My editorial this week ended with a coda praising Ayaan Hirsi Ali and, in effect, daring Hillary Clinton to stand up for someone who, as the savagery of Boko Haram has reminded us, has been so right about Islamist terror. As we were closing the magazine Thursday, one of my colleagues commented, apropos my editorial, that it would be interesting to hear from Ayaan Hirsi Ali about the latest developments.Sure enough, Friday's Wall Street Journal featured a terrific op-ed by Hirsi Ali. She argued that, "Far from being an aberration among Islamist terror groups, as some observers suggest, Boko Haram in its goals and methods is in fact all too representative," and that "It is time for Western liberals to wake up....The kidnapping of these schoolgirls is not an isolated tragedy; their fate reflects a new wave of jihadism that extends far beyond Nigeria..." Read the whole thing, as they say.
And read Mark Steyn's brilliant piece from Saturday which makes similar arguments to those in my editorial, but with Steynian brio and panache. The article features a witty and punchy headline, one that had actually occurred to a few of us in the officeThursday as a possibility for my editorial, but which we'd (perhaps foolishly) rejected as probably not appropriate for a family-friendly magazine.
In any case, here are the first few paragraphs of Steyn's powerful polemic:
It is hard not to have total contempt for a political culture that thinks the picture at right is a useful contribution to rescuing 276 schoolgirls kidnapped by jihadist savages in Nigeria. Yet some pajama boy at the White House evidently felt getting the First Lady to pose with this week's Hashtag of Western Impotence would reflect well upon the Administration. The horrible thing is they may be right: Michelle showed she cared - on social media! - and that's all that matters, isn't it?
Just as the last floppo hashtag, #WeStandWithUkraine, didn't actually involve standing with Ukraine, so #BringBackOurGirls doesn't require bringing back our girls. There are only a half-dozen special forces around the planet capable of doing that without getting most or all of the hostages killed: the British, the French, the Americans, Israelis, Germans, Aussies, maybe a couple of others. So, unless something of that nature is being lined up, those schoolgirls are headed into slavery, and the wretched pleading passivity of Mrs Obama's hashtag is just a form of moral preening.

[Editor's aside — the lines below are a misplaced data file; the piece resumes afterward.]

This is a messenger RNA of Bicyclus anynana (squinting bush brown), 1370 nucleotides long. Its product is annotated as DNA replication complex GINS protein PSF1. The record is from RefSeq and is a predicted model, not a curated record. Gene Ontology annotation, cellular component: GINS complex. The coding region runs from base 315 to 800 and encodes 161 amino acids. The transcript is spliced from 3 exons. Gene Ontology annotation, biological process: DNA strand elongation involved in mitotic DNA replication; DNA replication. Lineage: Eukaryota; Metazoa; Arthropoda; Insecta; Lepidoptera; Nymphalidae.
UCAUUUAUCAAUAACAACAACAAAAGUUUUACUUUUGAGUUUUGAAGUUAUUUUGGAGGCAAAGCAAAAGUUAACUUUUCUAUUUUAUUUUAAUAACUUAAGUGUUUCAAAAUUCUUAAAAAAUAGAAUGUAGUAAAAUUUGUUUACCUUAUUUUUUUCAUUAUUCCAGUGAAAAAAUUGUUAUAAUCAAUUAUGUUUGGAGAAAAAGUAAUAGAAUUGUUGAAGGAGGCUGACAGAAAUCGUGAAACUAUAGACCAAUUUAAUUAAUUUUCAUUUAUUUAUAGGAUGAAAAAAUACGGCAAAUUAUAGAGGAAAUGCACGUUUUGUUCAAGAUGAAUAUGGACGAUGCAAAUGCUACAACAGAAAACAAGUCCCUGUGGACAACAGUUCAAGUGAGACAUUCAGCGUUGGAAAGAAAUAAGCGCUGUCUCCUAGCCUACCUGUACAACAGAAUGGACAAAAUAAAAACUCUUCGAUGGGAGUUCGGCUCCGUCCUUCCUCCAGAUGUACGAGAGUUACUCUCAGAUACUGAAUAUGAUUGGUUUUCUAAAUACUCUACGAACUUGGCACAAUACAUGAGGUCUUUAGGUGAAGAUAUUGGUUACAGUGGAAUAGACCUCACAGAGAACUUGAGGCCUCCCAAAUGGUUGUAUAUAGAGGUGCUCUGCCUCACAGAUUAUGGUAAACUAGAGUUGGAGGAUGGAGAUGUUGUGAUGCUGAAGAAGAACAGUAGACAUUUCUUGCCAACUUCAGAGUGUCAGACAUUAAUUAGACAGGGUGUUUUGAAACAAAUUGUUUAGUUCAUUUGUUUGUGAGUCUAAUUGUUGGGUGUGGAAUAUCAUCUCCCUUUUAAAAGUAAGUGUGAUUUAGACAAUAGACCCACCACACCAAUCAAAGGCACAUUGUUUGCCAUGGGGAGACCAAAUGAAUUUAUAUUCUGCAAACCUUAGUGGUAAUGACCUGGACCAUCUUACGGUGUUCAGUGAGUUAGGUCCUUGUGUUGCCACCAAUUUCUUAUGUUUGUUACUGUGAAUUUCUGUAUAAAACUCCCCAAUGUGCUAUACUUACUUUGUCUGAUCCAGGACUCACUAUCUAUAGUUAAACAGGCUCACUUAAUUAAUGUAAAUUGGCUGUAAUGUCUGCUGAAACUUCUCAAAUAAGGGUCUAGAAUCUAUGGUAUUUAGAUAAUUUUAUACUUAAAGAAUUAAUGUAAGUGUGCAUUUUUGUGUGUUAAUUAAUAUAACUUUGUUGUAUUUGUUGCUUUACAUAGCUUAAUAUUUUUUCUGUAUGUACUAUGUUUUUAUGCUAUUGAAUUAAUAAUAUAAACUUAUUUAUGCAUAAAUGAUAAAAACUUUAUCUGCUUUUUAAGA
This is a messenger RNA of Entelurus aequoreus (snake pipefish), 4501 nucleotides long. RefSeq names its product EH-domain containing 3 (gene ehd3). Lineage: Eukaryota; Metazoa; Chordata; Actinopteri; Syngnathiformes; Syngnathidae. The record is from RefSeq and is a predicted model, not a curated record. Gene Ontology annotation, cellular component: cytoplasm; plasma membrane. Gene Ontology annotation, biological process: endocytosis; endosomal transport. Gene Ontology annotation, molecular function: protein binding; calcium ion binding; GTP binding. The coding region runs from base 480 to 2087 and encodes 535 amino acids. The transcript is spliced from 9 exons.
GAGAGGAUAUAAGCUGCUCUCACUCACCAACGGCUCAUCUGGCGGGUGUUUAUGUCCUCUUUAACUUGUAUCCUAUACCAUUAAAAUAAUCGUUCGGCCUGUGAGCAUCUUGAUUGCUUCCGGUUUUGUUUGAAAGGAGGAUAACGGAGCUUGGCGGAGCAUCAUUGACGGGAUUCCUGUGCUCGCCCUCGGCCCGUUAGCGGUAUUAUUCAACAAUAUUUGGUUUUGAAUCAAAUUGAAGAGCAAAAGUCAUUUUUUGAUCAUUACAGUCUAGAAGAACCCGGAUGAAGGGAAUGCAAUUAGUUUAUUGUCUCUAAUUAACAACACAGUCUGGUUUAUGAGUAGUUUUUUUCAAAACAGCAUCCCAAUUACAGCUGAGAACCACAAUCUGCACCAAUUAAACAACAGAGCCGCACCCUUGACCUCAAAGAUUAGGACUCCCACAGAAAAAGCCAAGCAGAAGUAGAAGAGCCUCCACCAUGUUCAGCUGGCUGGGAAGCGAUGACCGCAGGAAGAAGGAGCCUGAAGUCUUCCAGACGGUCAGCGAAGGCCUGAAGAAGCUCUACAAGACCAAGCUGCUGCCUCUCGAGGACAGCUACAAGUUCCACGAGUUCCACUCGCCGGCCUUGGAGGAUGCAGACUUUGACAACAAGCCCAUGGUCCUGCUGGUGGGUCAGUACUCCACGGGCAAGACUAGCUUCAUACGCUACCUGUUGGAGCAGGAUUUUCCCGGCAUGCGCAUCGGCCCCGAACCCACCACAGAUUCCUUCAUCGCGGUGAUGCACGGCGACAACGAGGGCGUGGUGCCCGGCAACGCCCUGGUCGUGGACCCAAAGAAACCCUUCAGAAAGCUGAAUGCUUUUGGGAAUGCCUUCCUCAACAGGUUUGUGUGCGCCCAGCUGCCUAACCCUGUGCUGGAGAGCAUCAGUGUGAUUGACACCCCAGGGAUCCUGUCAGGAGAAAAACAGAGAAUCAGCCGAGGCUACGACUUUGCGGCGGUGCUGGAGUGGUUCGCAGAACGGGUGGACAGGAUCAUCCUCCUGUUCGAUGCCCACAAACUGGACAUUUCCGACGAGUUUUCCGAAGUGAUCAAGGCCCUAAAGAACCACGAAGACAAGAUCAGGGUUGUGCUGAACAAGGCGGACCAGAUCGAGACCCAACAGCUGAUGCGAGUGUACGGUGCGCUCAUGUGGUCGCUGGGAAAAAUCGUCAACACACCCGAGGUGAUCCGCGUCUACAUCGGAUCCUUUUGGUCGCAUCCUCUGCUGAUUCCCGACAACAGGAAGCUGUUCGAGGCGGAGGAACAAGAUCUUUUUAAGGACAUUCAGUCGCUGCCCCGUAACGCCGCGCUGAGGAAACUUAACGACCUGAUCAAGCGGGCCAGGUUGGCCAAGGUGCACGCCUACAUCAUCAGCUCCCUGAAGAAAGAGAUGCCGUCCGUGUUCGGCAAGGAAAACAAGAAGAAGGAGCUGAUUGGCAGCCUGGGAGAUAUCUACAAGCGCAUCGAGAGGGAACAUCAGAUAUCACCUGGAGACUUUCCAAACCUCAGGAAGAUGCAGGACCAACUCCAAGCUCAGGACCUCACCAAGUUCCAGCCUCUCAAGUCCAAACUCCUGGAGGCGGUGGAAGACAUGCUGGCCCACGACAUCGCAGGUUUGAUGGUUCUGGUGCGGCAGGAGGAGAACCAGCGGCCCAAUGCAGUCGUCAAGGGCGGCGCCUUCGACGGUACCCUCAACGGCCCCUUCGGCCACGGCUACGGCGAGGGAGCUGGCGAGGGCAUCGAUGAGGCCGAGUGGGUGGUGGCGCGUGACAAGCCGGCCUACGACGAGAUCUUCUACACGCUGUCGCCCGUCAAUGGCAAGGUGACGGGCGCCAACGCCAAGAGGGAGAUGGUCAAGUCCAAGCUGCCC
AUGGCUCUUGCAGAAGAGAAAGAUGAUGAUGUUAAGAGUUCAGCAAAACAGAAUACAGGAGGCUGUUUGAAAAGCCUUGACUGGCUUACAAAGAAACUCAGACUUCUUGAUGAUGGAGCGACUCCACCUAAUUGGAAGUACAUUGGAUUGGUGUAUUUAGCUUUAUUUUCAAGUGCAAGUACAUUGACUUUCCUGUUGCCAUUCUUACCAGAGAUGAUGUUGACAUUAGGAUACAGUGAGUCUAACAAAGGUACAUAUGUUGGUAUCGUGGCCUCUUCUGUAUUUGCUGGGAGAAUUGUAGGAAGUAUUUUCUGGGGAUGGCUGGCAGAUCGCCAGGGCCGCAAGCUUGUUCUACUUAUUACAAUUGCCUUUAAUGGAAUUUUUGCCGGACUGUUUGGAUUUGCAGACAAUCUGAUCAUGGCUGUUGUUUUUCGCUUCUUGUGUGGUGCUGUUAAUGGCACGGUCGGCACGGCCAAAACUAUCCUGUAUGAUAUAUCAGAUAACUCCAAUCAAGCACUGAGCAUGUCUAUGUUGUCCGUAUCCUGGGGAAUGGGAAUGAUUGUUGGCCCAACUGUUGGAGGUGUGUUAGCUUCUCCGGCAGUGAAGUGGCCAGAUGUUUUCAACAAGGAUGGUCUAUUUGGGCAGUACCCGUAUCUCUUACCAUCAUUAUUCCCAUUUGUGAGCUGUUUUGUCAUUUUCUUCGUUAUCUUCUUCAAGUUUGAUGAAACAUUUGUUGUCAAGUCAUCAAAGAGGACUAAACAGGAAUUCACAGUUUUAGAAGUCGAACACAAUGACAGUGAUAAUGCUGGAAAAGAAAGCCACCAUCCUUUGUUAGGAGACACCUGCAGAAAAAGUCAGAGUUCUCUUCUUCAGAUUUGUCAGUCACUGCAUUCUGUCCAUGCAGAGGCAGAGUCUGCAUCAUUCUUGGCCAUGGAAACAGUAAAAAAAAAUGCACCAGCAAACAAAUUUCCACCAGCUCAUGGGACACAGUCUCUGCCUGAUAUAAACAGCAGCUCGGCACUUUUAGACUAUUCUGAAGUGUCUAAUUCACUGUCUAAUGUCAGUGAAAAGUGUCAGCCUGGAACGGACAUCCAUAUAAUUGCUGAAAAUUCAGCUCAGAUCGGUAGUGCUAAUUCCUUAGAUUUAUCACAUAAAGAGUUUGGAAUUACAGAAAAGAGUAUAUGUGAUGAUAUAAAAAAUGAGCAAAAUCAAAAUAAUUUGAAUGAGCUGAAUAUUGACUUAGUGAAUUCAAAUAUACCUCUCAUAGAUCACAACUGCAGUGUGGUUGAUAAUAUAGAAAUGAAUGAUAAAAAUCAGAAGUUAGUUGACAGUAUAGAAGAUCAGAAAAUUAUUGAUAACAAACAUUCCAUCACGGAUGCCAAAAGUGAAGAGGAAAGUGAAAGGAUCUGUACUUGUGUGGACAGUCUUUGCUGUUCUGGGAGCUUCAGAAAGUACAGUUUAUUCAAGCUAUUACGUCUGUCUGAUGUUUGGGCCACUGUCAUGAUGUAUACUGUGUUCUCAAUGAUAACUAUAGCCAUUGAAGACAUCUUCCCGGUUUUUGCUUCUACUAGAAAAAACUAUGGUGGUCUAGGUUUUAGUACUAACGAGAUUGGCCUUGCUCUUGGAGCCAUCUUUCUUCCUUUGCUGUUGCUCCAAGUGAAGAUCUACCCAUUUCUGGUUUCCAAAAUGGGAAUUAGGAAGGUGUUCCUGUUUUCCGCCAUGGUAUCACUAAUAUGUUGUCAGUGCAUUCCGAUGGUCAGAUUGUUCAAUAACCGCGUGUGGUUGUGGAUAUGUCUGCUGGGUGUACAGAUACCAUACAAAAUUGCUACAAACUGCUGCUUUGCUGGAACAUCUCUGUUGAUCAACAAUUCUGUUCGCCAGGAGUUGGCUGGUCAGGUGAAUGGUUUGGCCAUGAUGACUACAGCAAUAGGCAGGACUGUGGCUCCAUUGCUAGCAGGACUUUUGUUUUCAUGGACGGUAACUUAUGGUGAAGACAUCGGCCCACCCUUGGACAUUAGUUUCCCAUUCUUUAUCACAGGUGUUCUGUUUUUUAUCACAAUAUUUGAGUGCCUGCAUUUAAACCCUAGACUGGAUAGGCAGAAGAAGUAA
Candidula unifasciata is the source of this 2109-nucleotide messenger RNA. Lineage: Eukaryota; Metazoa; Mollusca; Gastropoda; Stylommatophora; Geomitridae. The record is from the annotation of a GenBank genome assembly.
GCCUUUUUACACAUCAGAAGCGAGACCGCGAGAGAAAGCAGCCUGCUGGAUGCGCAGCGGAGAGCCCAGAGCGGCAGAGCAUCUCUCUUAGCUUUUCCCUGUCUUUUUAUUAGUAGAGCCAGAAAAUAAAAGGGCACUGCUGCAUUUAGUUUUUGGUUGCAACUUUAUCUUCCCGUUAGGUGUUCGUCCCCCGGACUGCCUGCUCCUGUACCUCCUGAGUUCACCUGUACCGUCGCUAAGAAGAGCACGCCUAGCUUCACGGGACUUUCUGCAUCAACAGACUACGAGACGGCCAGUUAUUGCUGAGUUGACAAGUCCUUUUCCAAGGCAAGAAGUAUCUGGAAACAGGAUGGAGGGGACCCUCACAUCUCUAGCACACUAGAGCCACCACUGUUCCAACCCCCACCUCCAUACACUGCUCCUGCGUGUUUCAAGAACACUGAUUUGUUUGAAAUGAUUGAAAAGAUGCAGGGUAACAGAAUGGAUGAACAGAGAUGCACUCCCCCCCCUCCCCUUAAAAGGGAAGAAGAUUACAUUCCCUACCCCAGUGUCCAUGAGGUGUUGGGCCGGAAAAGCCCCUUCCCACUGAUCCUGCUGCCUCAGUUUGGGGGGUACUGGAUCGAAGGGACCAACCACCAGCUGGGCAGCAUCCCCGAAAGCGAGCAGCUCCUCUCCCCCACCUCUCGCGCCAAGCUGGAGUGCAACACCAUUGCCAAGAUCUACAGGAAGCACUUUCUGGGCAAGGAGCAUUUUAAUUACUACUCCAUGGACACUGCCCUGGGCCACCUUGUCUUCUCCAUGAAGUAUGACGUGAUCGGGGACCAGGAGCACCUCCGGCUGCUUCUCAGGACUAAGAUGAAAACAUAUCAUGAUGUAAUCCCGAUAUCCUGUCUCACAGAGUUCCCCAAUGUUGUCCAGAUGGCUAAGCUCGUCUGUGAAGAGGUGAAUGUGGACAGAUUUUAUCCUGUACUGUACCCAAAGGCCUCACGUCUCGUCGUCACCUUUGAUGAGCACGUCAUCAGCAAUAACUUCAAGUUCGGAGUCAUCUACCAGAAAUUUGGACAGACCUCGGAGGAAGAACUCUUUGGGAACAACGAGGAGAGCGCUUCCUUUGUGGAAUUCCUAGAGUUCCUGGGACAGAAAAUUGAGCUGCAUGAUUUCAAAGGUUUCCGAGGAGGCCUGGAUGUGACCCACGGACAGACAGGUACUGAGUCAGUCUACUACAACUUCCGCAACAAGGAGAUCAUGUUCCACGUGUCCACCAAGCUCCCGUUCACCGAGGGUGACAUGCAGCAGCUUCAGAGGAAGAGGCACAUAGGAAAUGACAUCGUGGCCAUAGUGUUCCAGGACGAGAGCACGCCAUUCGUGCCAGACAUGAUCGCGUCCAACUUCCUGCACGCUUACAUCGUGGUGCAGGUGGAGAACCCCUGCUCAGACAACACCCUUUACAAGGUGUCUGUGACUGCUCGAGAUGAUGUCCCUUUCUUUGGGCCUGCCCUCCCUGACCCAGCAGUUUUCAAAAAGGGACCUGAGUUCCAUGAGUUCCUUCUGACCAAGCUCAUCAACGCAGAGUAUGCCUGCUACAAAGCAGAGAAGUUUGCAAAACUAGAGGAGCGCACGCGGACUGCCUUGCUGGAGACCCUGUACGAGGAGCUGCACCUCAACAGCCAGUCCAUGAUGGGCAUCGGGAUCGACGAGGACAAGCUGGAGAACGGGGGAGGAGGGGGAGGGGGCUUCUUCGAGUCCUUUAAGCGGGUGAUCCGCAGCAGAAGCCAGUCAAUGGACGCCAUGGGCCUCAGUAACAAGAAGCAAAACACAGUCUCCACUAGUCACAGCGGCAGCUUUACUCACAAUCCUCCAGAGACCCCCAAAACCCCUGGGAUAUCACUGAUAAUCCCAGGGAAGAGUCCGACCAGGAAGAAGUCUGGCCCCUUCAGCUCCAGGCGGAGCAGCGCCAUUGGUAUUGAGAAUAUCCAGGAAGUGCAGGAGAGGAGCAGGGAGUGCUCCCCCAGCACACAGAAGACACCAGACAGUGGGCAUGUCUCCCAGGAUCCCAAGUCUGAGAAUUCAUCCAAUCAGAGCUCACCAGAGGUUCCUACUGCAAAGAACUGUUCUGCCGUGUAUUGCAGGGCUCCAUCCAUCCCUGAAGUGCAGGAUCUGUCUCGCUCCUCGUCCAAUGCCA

But then what isn't? The blogger Daniel Payne wrote this week that "modern liberalism, at its core, is an ideology of talking, not doing". He was musing on a press release for some or other "Day of Action" that is, as usual, a day of inaction:
Diverse grassroots groups are organizing and participating in events such as walks, rallies and concerts and calling on government to reduce climate pollution, transition off fossil fuels and commit to a clean energy future.
It's that easy! You go to a concert and someone "calls on government" to do something, and the world gets fixed.
There's something slightly weird about taking a hashtag—which on the Internet at least has a functional purpose—and getting a big black felt marker and writing it on a piece of cardboard and holding it up, as if somehow the comforting props of social media can be extended beyond the computer and out into the real world. Maybe the talismanic hashtag never required a computer in the first place. Maybe way back during the Don Pacifico showdown all Lord Palmerston had to do was tell the Greeks #BringBackOurJew.
Do read the whole thing.
And then reflect on this: On Saturday Michelle Obama, standing in for her husband, delivered the weekly presidential address from the White House. Mrs. Obama managed to explain the events in Nigeria this way: